Referring to Figure 7, the dipper 44h is in the form of a spiral. The mouth is indicated at 64b, the two compartments at 68h and 62h. The oil is trapped in the portion of the dipper indicated by the numeral 53h. The dipper Mb is secured to the cap 32 by inserting the dipper end 92 into the opening 'l0 and suitably securing the parts as by welding or by a press fit.

Referring to Figure 8, a further modied form 44d of the dipper is shown. The dipper is made of one piece and has the mouth 64d and the intermediate wall 58d formed by bending inwardly one wall to form the mouth Sd. The two compartments are indicated at 68d ,and 62d. The oil is trapped in the compartment 62d and is held in the reservoir indicated by the numeral 53d. The passage between the compartments 58d and 62d is indicated at 68d. The dipper ld is secured to the member 36d by providing an opening in the member and seating the flanges l ld at the edge of the opening. The flanges 'Hdmay be welded or otherwise secured to the edges of the 25 opening in the member 36d.

In Figure 9 the dipper 44e includes the mouth llc, the compartments 60e and 62e, the passage 680, the inclined portion 66C. The direction the oil takes in passing from the compartment 60o to the compartment 62eV is indicated by the arrows. The full line arrows indicate the passage of the oil up the inclined portion and through the passage 68e. The dotted lines indicate the oil which has lbeen trapped in the trap 53e in the compartment 62C. It will be noted that the upper portion 94 of the inclined portion 66e is considerably above the bottom 96 of the compartment 62e. This will prevent-the return flow of oilA The dipper 44e is secured to the member 36e by means of the tongues 42e which are passed underneath the edges 98 of a cut out portion in the member 36e.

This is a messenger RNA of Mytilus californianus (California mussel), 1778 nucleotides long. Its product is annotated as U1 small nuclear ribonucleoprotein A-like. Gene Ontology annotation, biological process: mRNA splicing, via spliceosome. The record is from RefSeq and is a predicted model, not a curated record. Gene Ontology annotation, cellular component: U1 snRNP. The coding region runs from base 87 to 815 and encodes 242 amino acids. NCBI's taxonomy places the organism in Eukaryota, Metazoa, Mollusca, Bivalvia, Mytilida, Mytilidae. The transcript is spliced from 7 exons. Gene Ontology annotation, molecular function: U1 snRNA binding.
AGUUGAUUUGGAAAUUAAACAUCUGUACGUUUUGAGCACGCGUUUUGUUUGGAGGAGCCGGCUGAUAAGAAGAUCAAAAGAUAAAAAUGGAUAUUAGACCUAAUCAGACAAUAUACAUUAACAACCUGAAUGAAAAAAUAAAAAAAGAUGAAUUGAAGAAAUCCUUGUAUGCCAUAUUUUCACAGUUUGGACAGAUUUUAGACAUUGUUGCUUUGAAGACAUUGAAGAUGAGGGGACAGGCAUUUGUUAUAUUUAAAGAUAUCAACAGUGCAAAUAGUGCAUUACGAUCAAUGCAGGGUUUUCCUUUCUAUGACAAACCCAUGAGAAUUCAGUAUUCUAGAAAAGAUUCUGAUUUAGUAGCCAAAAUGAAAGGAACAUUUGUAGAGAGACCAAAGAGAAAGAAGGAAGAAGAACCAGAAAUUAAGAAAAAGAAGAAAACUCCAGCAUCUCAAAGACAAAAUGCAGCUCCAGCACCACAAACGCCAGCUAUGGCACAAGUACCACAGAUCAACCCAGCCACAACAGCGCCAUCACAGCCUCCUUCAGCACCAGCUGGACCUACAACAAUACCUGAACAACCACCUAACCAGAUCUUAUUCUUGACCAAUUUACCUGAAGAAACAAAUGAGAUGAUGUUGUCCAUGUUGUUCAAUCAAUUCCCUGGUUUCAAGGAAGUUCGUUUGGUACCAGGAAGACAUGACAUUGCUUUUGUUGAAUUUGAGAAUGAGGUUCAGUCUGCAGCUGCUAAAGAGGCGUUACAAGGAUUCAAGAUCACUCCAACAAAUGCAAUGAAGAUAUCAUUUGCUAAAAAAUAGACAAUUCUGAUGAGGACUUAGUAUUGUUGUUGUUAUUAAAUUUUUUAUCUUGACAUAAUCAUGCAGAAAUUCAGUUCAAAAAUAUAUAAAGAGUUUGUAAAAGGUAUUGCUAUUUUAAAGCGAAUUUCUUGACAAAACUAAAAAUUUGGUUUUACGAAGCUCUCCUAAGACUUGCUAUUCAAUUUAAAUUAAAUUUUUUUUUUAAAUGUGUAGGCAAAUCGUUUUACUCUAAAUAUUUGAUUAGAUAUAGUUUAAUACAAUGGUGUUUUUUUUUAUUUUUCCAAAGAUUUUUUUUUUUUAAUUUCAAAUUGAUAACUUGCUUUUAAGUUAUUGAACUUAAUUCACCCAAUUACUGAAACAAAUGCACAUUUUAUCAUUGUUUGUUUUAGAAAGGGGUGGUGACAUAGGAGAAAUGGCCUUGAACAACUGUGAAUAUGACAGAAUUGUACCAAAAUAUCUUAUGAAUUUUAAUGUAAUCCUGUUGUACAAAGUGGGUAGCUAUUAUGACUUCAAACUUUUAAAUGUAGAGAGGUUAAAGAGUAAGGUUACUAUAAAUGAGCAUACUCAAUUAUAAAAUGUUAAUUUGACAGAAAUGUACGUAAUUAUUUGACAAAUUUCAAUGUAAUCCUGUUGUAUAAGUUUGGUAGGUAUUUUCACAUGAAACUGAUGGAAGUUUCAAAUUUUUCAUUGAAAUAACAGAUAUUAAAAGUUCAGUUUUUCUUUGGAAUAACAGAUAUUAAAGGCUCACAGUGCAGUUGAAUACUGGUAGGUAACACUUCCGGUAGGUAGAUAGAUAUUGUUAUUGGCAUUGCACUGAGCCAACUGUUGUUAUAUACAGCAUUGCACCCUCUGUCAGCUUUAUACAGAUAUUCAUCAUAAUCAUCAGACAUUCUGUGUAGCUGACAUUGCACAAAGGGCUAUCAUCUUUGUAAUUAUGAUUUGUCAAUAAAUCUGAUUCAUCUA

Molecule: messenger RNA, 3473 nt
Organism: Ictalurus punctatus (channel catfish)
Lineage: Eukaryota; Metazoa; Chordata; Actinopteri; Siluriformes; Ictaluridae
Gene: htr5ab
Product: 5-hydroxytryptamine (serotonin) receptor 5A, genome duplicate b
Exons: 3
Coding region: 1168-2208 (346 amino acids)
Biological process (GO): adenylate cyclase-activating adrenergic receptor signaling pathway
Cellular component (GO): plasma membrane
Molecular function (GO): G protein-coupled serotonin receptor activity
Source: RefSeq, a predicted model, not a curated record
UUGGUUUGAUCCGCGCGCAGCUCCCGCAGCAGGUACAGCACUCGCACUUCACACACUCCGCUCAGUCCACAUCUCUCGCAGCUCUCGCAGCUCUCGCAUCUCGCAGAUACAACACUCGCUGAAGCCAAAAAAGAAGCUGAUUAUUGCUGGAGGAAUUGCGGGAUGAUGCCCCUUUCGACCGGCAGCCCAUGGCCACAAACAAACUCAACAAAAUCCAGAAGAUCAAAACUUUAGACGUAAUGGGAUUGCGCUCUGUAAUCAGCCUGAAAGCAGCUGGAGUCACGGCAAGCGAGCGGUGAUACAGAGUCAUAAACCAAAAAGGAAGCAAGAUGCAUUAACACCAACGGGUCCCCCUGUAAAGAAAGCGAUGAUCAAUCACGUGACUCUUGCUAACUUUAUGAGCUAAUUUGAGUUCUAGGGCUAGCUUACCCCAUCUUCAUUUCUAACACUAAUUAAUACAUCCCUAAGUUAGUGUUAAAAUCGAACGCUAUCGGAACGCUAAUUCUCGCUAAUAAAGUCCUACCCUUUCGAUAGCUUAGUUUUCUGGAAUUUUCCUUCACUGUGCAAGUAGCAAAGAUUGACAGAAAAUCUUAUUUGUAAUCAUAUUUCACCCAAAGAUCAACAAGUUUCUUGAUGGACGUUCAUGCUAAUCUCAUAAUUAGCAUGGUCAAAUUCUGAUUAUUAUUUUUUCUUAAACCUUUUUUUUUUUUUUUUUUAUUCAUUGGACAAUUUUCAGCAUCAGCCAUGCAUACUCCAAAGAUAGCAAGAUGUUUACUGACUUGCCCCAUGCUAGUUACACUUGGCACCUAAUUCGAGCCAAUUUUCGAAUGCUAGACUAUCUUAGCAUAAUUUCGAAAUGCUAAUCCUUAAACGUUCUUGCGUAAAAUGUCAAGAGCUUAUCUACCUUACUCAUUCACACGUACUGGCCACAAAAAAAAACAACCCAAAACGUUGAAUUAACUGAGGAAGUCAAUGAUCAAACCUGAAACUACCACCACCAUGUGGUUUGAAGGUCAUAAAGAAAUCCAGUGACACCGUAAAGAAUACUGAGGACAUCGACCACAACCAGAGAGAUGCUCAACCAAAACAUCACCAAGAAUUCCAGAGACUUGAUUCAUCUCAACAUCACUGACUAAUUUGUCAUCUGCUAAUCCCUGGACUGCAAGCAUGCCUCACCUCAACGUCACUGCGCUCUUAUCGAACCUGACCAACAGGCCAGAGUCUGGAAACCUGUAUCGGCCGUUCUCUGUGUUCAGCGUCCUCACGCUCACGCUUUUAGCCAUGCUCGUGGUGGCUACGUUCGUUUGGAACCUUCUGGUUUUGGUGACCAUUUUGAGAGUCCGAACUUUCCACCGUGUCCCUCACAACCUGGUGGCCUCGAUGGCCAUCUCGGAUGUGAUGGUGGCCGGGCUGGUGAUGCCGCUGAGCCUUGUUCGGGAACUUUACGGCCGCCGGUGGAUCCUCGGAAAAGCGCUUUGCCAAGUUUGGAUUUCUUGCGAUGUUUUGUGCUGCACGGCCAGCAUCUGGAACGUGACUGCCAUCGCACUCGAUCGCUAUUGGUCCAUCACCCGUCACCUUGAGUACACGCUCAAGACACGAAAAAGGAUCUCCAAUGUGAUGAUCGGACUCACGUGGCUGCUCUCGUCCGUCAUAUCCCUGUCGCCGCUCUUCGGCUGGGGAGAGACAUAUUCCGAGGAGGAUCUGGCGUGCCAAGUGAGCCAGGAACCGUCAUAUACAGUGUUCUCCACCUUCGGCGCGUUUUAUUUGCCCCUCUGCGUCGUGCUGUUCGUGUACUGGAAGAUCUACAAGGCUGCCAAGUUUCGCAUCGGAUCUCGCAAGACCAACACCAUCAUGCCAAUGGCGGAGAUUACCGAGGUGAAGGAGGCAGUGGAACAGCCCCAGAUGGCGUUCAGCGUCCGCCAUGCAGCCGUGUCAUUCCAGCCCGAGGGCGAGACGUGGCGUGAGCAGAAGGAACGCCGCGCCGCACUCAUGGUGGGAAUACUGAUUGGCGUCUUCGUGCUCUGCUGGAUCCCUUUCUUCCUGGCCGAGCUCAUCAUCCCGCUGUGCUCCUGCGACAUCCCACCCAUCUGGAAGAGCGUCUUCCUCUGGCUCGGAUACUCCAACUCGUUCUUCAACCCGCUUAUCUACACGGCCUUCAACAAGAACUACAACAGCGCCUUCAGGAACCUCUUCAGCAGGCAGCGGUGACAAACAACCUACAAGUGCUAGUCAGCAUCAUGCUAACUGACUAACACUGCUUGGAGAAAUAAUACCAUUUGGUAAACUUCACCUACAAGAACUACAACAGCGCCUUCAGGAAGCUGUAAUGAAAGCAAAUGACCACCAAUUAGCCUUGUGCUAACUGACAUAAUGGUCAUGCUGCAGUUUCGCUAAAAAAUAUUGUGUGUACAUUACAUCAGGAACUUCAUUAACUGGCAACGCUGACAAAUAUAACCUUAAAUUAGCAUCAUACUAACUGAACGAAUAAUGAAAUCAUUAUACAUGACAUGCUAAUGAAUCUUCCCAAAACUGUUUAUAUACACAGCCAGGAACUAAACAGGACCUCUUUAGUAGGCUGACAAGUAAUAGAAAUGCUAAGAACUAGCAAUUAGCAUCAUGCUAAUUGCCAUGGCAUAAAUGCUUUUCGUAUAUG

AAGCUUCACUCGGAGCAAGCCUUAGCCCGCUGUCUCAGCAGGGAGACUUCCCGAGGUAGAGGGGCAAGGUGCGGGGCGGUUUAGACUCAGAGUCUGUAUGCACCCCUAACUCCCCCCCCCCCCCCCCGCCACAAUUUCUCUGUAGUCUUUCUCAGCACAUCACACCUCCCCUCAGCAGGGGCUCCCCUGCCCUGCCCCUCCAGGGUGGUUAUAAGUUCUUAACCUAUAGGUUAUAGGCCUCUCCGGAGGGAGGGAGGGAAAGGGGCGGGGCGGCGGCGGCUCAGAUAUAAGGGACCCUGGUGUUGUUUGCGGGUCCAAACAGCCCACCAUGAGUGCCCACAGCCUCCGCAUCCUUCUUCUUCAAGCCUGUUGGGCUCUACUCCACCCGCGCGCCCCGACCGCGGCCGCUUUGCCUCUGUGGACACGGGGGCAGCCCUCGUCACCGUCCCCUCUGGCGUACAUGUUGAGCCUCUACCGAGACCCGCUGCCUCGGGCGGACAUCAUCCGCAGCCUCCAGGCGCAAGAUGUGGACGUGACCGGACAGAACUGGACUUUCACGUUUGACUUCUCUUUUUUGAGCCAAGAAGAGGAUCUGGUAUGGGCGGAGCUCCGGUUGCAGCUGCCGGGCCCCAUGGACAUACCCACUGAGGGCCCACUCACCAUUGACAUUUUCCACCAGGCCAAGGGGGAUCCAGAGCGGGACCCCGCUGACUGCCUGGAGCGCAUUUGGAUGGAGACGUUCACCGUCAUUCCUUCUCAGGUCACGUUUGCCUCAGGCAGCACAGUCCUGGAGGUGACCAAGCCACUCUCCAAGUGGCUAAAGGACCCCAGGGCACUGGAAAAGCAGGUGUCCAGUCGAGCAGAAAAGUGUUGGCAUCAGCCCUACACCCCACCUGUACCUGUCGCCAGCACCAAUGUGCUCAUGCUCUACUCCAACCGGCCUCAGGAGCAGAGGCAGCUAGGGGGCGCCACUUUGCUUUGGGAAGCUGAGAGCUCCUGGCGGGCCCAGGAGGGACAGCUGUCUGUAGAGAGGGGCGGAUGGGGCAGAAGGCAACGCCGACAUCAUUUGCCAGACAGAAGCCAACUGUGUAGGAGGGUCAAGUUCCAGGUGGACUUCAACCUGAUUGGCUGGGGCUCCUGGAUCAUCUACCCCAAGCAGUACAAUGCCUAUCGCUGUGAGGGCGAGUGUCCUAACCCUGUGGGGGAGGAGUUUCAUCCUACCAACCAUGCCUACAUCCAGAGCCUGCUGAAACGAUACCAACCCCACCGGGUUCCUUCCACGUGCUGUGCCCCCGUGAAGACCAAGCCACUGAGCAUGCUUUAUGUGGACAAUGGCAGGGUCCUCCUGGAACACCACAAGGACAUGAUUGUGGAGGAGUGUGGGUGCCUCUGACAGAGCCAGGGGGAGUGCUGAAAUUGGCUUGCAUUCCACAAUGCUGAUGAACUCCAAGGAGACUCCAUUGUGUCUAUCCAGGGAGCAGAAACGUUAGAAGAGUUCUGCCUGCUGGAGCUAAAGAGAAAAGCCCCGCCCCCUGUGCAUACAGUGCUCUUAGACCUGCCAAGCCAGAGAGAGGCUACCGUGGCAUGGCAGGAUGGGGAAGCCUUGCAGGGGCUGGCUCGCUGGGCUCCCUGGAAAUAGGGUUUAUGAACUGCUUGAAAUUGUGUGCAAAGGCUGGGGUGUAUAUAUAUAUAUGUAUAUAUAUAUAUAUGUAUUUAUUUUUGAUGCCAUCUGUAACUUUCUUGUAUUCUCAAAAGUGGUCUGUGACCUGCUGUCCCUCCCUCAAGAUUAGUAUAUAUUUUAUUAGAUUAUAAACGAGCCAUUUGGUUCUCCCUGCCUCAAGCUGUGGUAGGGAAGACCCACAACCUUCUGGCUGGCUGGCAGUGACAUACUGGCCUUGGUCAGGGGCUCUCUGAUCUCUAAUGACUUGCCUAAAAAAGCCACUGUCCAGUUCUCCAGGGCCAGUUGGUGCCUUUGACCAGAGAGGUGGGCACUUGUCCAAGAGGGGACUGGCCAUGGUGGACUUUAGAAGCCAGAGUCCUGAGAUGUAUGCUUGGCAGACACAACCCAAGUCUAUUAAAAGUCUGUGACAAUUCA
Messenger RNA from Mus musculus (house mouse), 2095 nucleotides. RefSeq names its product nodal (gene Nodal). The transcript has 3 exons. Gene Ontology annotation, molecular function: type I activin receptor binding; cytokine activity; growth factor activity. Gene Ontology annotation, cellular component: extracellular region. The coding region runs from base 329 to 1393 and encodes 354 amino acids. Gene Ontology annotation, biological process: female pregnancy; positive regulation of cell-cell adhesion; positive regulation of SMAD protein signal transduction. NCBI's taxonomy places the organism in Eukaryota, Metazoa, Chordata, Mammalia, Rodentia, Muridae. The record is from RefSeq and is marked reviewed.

Referring to Figures 1 and 3, it will be noted that a suitable system of piping |08 Yis-provided which comes from4 the usual oil pump (not shown). The purpose of the piping is lto forcey a stream of oil into the path of the dipper 44 as it reaches'the bottom of the turning movement of the crank shaft. By referring to Figure 3, it will be seen that the exit of the pipe 0U willI shoot'the oil directly into the mouth 64 of the dipper 44. This will insure an adequate supply of lubricant in the dipper 44 at all times.

The plug 'i8 is provided with the vent 8| to prevent air from being trapped in the passage 12 and reservoir 80. The clippers 44, 44a., 44h, 44C, and 44d are also preferably provided with a ventin the compartment 62, 62a, 62h, or 62C for the same reason. The vent may be applied at any suitable point as shown at l2a and |02 in Figures 6 and 8 respectively; f

I claim: Y

1. In a means for lubricating theconnecting rod bearing of the crank shaft of an internal combustion engine having an oil pan, a dipper attached to the connecting rod bearing, said dipper being divided into a plurality of compartments each extendingthe full length of the dipper, one compartment adapted to scoop up oil and throw the oil into the second compartment, saidA second compartment trapping-a quantity of the oi1."-.

2. In a means for lubricating the connecting.